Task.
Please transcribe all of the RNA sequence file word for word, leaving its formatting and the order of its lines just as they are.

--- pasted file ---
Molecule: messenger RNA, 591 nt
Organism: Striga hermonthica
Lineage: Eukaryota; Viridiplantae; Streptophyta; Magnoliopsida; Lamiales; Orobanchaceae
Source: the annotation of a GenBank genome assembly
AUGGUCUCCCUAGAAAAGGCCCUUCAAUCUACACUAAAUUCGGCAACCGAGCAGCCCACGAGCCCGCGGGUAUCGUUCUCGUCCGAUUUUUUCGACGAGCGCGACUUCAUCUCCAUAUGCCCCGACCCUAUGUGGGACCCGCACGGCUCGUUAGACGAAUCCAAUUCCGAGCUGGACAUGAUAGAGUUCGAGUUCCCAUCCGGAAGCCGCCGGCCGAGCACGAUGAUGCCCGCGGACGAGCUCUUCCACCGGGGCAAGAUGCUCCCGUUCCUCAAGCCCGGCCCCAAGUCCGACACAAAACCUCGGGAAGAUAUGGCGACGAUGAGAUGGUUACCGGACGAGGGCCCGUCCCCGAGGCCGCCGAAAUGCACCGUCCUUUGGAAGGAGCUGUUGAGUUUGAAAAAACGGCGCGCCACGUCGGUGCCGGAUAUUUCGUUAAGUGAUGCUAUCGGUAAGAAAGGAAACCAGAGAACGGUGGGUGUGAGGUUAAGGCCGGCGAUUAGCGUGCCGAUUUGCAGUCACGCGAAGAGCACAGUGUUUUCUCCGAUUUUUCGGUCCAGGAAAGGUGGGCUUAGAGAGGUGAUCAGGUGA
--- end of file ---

Molecule: messenger RNA, 591 nt
Organism: Striga hermonthica
Lineage: Eukaryota; Viridiplantae; Streptophyta; Magnoliopsida; Lamiales; Orobanchaceae
Source: the annotation of a GenBank genome assembly
AUGGUCUCCCUAGAAAAGGCCCUUCAAUCUACACUAAAUUCGGCAACCGAGCAGCCCACGAGCCCGCGGGUAUCGUUCUCGUCCGAUUUUUUCGACGAGCGCGACUUCAUCUCCAUAUGCCCCGACCCUAUGUGGGACCCGCACGGCUCGUUAGACGAAUCCAAUUCCGAGCUGGACAUGAUAGAGUUCGAGUUCCCAUCCGGAAGCCGCCGGCCGAGCACGAUGAUGCCCGCGGACGAGCUCUUCCACCGGGGCAAGAUGCUCCCGUUCCUCAAGCCCGGCCCCAAGUCCGACACAAAACCUCGGGAAGAUAUGGCGACGAUGAGAUGGUUACCGGACGAGGGCCCGUCCCCGAGGCCGCCGAAAUGCACCGUCCUUUGGAAGGAGCUGUUGAGUUUGAAAAAACGGCGCGCCACGUCGGUGCCGGAUAUUUCGUUAAGUGAUGCUAUCGGUAAGAAAGGAAACCAGAGAACGGUGGGUGUGAGGUUAAGGCCGGCGAUUAGCGUGCCGAUUUGCAGUCACGCGAAGAGCACAGUGUUUUCUCCGAUUUUUCGGUCCAGGAAAGGUGGGCUUAGAGAGGUGAUCAGGUGA